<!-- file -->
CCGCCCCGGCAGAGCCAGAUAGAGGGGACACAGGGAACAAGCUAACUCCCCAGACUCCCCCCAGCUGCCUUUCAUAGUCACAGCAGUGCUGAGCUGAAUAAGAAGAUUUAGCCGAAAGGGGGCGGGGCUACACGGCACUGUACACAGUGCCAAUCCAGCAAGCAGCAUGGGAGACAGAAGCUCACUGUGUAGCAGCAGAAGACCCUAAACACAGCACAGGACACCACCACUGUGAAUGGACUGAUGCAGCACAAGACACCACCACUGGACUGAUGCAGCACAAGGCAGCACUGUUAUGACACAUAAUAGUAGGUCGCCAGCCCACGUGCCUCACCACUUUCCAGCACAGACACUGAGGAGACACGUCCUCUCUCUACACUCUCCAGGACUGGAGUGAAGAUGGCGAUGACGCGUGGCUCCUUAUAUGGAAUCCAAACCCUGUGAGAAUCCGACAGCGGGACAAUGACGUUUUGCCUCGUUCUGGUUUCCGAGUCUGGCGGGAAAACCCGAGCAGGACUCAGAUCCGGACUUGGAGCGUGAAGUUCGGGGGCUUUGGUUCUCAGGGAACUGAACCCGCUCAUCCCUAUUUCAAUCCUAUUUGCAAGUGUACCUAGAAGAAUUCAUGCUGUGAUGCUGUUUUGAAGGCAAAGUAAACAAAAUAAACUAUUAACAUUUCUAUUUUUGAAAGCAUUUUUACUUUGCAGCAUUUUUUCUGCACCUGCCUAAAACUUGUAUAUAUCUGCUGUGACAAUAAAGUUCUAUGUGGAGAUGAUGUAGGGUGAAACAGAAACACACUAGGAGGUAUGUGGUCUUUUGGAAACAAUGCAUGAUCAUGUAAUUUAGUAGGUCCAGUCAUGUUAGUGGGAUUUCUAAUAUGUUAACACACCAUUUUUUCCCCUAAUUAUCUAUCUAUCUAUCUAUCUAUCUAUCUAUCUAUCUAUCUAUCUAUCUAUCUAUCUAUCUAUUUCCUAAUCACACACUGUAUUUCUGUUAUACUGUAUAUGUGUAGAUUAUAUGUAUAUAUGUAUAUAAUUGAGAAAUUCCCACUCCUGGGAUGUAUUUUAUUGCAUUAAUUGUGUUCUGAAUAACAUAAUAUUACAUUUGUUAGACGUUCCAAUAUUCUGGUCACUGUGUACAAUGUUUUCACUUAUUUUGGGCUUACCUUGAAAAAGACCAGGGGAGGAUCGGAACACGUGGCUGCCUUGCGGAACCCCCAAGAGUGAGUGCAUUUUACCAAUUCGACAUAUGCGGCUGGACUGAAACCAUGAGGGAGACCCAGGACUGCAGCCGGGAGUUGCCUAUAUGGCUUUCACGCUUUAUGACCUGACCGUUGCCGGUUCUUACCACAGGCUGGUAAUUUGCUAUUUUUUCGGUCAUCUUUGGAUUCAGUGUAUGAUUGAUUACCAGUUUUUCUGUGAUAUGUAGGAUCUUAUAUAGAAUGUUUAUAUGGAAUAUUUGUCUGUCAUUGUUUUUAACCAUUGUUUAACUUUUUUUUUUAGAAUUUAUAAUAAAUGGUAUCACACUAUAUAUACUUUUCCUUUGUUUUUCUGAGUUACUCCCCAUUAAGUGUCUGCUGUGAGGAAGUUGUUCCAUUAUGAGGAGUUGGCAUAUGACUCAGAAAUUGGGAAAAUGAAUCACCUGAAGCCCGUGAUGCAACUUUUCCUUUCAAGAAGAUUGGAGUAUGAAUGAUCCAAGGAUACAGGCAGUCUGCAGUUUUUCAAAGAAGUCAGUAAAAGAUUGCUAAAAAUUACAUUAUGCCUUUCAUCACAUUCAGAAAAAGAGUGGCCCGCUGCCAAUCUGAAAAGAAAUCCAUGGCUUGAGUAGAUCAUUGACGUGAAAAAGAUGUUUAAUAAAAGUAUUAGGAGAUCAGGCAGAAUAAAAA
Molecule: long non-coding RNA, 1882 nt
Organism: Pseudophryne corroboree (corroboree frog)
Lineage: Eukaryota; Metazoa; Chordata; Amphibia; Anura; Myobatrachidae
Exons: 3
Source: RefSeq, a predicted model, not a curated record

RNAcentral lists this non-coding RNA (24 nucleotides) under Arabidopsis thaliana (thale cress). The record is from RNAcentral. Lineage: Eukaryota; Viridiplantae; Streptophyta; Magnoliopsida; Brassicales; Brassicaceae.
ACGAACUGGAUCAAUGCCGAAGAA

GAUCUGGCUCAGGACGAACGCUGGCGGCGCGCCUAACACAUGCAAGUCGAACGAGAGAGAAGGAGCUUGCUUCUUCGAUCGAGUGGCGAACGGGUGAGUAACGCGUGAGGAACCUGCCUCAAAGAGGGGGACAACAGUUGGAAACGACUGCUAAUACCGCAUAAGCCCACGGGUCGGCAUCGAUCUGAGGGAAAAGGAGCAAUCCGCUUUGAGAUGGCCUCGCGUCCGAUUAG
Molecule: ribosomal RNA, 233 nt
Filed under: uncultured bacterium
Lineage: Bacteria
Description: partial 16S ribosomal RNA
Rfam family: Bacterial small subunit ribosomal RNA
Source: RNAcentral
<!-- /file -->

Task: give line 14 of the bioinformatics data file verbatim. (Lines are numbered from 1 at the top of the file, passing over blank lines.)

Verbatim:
Rfam family: Bacterial small subunit ribosomal RNA